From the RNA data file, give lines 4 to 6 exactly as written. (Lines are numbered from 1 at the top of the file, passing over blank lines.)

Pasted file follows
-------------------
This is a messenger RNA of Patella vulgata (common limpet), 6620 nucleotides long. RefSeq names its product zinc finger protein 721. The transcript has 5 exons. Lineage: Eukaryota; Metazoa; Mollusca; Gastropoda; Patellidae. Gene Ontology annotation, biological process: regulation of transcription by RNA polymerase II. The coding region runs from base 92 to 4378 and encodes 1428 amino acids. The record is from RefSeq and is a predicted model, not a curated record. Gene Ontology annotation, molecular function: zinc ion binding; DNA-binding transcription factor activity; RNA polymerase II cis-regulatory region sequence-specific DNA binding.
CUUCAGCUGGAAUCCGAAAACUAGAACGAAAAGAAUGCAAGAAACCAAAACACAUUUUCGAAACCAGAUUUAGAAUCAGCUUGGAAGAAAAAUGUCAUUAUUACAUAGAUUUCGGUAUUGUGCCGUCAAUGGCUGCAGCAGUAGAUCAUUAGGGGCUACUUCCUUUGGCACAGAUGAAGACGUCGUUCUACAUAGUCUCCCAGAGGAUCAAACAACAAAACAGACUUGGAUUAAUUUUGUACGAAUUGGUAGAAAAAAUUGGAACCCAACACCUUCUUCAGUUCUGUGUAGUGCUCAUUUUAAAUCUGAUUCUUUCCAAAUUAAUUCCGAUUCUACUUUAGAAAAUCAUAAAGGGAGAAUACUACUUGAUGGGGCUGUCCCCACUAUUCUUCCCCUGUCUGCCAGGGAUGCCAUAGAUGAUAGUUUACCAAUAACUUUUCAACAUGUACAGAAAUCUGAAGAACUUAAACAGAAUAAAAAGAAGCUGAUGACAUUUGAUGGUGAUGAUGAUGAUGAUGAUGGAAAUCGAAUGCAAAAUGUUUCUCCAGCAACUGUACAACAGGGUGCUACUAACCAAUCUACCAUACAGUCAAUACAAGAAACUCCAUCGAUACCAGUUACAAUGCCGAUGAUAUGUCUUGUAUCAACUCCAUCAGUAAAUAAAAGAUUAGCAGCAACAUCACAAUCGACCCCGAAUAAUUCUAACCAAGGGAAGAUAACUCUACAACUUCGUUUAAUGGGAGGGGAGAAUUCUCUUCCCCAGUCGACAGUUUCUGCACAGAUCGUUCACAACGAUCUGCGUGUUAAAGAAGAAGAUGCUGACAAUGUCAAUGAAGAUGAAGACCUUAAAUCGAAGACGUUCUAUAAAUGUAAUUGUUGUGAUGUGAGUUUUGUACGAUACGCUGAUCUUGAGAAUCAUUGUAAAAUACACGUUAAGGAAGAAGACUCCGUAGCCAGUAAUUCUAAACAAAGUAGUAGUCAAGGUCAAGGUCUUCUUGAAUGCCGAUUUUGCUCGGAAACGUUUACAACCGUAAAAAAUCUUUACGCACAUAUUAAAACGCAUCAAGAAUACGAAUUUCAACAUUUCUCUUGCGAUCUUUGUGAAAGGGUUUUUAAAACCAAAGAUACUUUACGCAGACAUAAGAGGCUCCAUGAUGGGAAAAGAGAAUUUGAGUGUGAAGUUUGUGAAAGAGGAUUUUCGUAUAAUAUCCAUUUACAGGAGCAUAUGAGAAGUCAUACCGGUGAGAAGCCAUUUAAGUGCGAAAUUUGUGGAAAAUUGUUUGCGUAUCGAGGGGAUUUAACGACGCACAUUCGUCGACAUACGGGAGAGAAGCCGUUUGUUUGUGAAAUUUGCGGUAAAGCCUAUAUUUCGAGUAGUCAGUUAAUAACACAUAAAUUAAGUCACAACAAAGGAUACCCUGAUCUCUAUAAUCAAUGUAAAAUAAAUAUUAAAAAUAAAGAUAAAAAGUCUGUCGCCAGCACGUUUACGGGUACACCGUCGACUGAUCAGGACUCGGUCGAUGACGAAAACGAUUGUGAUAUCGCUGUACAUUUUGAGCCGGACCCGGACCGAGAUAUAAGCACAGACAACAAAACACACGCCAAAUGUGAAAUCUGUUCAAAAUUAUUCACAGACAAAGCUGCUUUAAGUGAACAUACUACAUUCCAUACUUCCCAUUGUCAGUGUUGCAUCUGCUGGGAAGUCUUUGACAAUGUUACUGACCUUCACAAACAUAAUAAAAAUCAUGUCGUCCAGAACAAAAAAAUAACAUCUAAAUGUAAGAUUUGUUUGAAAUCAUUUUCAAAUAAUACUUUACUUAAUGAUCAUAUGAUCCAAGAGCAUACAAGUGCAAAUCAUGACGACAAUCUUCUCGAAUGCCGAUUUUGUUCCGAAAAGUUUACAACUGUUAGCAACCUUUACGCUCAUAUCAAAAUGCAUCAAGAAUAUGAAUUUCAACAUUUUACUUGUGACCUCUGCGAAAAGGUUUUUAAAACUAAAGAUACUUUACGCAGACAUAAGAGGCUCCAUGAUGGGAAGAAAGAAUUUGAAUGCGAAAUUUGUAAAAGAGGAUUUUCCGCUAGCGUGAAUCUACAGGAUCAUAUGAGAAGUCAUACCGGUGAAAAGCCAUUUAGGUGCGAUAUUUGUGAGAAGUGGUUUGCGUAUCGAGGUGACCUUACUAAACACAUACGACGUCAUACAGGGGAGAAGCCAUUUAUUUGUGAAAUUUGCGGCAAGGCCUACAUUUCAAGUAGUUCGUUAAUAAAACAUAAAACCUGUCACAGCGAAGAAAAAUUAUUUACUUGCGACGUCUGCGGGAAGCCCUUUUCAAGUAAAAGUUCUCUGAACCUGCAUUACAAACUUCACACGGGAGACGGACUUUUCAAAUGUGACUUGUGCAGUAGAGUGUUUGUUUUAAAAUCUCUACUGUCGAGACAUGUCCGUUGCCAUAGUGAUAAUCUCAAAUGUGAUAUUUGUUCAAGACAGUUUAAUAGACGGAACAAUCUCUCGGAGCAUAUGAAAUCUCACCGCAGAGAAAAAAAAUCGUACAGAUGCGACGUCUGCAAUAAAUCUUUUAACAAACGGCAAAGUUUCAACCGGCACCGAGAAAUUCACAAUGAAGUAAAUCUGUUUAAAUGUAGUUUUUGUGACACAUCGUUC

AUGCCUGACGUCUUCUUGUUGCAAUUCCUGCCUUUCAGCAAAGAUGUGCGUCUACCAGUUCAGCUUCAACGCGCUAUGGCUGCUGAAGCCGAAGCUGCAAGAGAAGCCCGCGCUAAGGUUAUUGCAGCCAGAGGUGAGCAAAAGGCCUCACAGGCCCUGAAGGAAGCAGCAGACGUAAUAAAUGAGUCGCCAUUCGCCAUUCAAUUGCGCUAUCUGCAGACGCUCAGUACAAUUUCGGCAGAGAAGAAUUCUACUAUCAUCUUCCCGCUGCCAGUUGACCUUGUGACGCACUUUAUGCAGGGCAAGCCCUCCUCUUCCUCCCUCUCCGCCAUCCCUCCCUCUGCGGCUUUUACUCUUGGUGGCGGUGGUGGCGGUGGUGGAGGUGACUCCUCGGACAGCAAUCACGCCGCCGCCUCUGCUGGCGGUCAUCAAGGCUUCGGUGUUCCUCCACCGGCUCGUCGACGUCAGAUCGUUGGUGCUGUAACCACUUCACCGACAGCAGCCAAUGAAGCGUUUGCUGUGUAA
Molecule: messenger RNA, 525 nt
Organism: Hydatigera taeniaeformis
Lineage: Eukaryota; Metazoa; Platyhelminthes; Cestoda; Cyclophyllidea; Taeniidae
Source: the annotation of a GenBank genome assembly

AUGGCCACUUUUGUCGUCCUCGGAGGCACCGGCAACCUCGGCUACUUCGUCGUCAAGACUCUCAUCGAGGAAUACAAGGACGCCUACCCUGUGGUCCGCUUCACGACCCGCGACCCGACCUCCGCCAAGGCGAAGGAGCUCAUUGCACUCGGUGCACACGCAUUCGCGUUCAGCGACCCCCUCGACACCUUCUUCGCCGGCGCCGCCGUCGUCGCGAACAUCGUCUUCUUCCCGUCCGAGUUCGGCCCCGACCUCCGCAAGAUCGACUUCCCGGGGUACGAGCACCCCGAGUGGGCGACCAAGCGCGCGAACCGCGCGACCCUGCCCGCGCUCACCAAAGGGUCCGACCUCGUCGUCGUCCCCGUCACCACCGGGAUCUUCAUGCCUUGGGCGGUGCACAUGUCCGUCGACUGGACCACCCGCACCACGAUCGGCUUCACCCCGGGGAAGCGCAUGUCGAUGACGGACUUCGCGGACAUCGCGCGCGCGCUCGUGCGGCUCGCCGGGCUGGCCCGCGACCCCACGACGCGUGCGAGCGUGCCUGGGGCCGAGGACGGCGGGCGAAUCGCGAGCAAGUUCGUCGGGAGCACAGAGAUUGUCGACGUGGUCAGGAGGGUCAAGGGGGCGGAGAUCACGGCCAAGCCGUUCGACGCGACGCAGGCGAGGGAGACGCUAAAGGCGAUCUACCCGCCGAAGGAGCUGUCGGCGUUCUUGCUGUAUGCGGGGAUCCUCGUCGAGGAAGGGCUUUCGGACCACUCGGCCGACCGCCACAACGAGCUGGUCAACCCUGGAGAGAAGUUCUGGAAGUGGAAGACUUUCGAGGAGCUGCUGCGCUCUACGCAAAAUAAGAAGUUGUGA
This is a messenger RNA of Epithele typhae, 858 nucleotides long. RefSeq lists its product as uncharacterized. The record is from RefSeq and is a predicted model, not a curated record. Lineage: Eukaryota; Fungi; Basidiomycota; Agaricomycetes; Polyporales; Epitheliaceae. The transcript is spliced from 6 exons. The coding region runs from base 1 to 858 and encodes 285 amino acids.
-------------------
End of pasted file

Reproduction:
Molecule: messenger RNA, 525 nt
Organism: Hydatigera taeniaeformis
Lineage: Eukaryota; Metazoa; Platyhelminthes; Cestoda; Cyclophyllidea; Taeniidae